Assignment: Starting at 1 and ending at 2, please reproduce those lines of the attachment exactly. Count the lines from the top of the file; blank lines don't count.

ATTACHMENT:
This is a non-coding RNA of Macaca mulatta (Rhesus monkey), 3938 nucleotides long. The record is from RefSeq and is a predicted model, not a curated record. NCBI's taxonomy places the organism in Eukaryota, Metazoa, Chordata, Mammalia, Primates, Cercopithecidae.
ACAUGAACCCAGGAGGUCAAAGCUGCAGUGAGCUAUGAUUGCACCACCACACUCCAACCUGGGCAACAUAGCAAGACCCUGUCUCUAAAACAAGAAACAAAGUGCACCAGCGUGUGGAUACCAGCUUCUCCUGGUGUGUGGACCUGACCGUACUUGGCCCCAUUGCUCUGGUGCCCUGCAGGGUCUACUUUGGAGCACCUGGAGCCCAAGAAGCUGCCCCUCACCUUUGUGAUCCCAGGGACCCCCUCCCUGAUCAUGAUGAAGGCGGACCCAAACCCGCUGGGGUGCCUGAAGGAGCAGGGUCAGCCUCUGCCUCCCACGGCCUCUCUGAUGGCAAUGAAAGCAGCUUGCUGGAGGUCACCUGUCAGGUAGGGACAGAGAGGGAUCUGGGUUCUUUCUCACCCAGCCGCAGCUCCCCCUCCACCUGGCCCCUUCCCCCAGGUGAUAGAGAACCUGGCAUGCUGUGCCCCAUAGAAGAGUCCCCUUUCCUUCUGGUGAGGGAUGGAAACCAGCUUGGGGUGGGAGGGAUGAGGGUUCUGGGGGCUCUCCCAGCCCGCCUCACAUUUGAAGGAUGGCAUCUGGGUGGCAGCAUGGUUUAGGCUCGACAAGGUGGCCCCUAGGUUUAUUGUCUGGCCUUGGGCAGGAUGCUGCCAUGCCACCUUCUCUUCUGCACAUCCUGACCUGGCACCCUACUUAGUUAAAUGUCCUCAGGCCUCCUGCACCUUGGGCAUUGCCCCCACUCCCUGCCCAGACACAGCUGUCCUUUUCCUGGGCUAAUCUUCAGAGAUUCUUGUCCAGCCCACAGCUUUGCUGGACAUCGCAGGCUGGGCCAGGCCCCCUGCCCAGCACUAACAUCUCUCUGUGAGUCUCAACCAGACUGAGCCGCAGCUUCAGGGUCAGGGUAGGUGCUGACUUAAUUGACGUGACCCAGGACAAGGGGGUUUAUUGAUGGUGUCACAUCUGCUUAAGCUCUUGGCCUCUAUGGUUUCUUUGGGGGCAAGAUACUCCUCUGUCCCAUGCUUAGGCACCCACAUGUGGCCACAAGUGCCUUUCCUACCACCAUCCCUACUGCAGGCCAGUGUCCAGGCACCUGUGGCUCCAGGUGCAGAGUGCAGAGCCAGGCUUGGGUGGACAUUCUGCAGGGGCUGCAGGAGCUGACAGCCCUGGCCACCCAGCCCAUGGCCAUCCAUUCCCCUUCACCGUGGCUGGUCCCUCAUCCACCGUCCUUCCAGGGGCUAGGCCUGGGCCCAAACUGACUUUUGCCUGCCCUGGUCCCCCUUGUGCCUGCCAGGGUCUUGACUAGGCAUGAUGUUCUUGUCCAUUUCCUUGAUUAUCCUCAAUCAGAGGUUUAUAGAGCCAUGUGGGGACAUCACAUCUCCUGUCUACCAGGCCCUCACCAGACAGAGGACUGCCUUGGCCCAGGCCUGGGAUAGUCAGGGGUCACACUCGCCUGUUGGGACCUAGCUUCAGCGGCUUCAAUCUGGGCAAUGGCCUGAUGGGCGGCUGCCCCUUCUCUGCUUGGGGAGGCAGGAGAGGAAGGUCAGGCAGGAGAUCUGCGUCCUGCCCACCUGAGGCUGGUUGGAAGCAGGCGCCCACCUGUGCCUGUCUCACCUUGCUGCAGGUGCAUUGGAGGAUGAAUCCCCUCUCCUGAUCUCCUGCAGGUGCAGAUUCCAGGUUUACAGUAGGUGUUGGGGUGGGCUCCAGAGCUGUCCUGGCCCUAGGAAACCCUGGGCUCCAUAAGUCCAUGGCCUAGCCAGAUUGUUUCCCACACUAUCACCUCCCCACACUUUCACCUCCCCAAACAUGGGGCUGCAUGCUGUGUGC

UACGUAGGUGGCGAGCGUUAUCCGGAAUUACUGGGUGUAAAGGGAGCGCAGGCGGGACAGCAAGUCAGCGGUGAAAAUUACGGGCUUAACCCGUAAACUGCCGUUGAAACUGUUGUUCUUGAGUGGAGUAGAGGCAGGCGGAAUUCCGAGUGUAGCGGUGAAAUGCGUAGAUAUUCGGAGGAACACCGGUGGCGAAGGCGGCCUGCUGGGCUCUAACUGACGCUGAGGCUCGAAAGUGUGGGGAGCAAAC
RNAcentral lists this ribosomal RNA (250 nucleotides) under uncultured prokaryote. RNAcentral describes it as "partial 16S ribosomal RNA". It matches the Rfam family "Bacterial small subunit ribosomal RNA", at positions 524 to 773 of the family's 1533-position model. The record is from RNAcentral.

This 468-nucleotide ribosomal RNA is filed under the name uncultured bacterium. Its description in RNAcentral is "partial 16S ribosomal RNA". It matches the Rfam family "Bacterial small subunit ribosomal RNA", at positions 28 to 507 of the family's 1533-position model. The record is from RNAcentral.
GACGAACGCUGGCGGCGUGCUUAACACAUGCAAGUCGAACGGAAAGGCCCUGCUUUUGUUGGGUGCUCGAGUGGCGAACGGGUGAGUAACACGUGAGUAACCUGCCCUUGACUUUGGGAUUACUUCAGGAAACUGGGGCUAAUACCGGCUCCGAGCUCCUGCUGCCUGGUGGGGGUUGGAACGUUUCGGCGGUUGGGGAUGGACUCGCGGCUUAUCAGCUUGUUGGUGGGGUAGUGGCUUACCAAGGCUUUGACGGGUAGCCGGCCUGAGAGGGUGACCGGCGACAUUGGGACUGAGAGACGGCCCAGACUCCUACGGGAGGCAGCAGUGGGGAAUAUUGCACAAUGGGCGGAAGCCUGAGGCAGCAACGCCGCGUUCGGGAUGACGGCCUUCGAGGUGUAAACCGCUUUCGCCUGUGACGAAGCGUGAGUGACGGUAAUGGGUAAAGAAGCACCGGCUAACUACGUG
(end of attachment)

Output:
This is a non-coding RNA of Macaca mulatta (Rhesus monkey), 3938 nucleotides long. The record is from RefSeq and is a predicted model, not a curated record. NCBI's taxonomy places the organism in Eukaryota, Metazoa, Chordata, Mammalia, Primates, Cercopithecidae.
ACAUGAACCCAGGAGGUCAAAGCUGCAGUGAGCUAUGAUUGCACCACCACACUCCAACCUGGGCAACAUAGCAAGACCCUGUCUCUAAAACAAGAAACAAAGUGCACCAGCGUGUGGAUACCAGCUUCUCCUGGUGUGUGGACCUGACCGUACUUGGCCCCAUUGCUCUGGUGCCCUGCAGGGUCUACUUUGGAGCACCUGGAGCCCAAGAAGCUGCCCCUCACCUUUGUGAUCCCAGGGACCCCCUCCCUGAUCAUGAUGAAGGCGGACCCAAACCCGCUGGGGUGCCUGAAGGAGCAGGGUCAGCCUCUGCCUCCCACGGCCUCUCUGAUGGCAAUGAAAGCAGCUUGCUGGAGGUCACCUGUCAGGUAGGGACAGAGAGGGAUCUGGGUUCUUUCUCACCCAGCCGCAGCUCCCCCUCCACCUGGCCCCUUCCCCCAGGUGAUAGAGAACCUGGCAUGCUGUGCCCCAUAGAAGAGUCCCCUUUCCUUCUGGUGAGGGAUGGAAACCAGCUUGGGGUGGGAGGGAUGAGGGUUCUGGGGGCUCUCCCAGCCCGCCUCACAUUUGAAGGAUGGCAUCUGGGUGGCAGCAUGGUUUAGGCUCGACAAGGUGGCCCCUAGGUUUAUUGUCUGGCCUUGGGCAGGAUGCUGCCAUGCCACCUUCUCUUCUGCACAUCCUGACCUGGCACCCUACUUAGUUAAAUGUCCUCAGGCCUCCUGCACCUUGGGCAUUGCCCCCACUCCCUGCCCAGACACAGCUGUCCUUUUCCUGGGCUAAUCUUCAGAGAUUCUUGUCCAGCCCACAGCUUUGCUGGACAUCGCAGGCUGGGCCAGGCCCCCUGCCCAGCACUAACAUCUCUCUGUGAGUCUCAACCAGACUGAGCCGCAGCUUCAGGGUCAGGGUAGGUGCUGACUUAAUUGACGUGACCCAGGACAAGGGGGUUUAUUGAUGGUGUCACAUCUGCUUAAGCUCUUGGCCUCUAUGGUUUCUUUGGGGGCAAGAUACUCCUCUGUCCCAUGCUUAGGCACCCACAUGUGGCCACAAGUGCCUUUCCUACCACCAUCCCUACUGCAGGCCAGUGUCCAGGCACCUGUGGCUCCAGGUGCAGAGUGCAGAGCCAGGCUUGGGUGGACAUUCUGCAGGGGCUGCAGGAGCUGACAGCCCUGGCCACCCAGCCCAUGGCCAUCCAUUCCCCUUCACCGUGGCUGGUCCCUCAUCCACCGUCCUUCCAGGGGCUAGGCCUGGGCCCAAACUGACUUUUGCCUGCCCUGGUCCCCCUUGUGCCUGCCAGGGUCUUGACUAGGCAUGAUGUUCUUGUCCAUUUCCUUGAUUAUCCUCAAUCAGAGGUUUAUAGAGCCAUGUGGGGACAUCACAUCUCCUGUCUACCAGGCCCUCACCAGACAGAGGACUGCCUUGGCCCAGGCCUGGGAUAGUCAGGGGUCACACUCGCCUGUUGGGACCUAGCUUCAGCGGCUUCAAUCUGGGCAAUGGCCUGAUGGGCGGCUGCCCCUUCUCUGCUUGGGGAGGCAGGAGAGGAAGGUCAGGCAGGAGAUCUGCGUCCUGCCCACCUGAGGCUGGUUGGAAGCAGGCGCCCACCUGUGCCUGUCUCACCUUGCUGCAGGUGCAUUGGAGGAUGAAUCCCCUCUCCUGAUCUCCUGCAGGUGCAGAUUCCAGGUUUACAGUAGGUGUUGGGGUGGGCUCCAGAGCUGUCCUGGCCCUAGGAAACCCUGGGCUCCAUAAGUCCAUGGCCUAGCCAGAUUGUUUCCCACACUAUCACCUCCCCACACUUUCACCUCCCCAAACAUGGGGCUGCAUGCUGUGUGC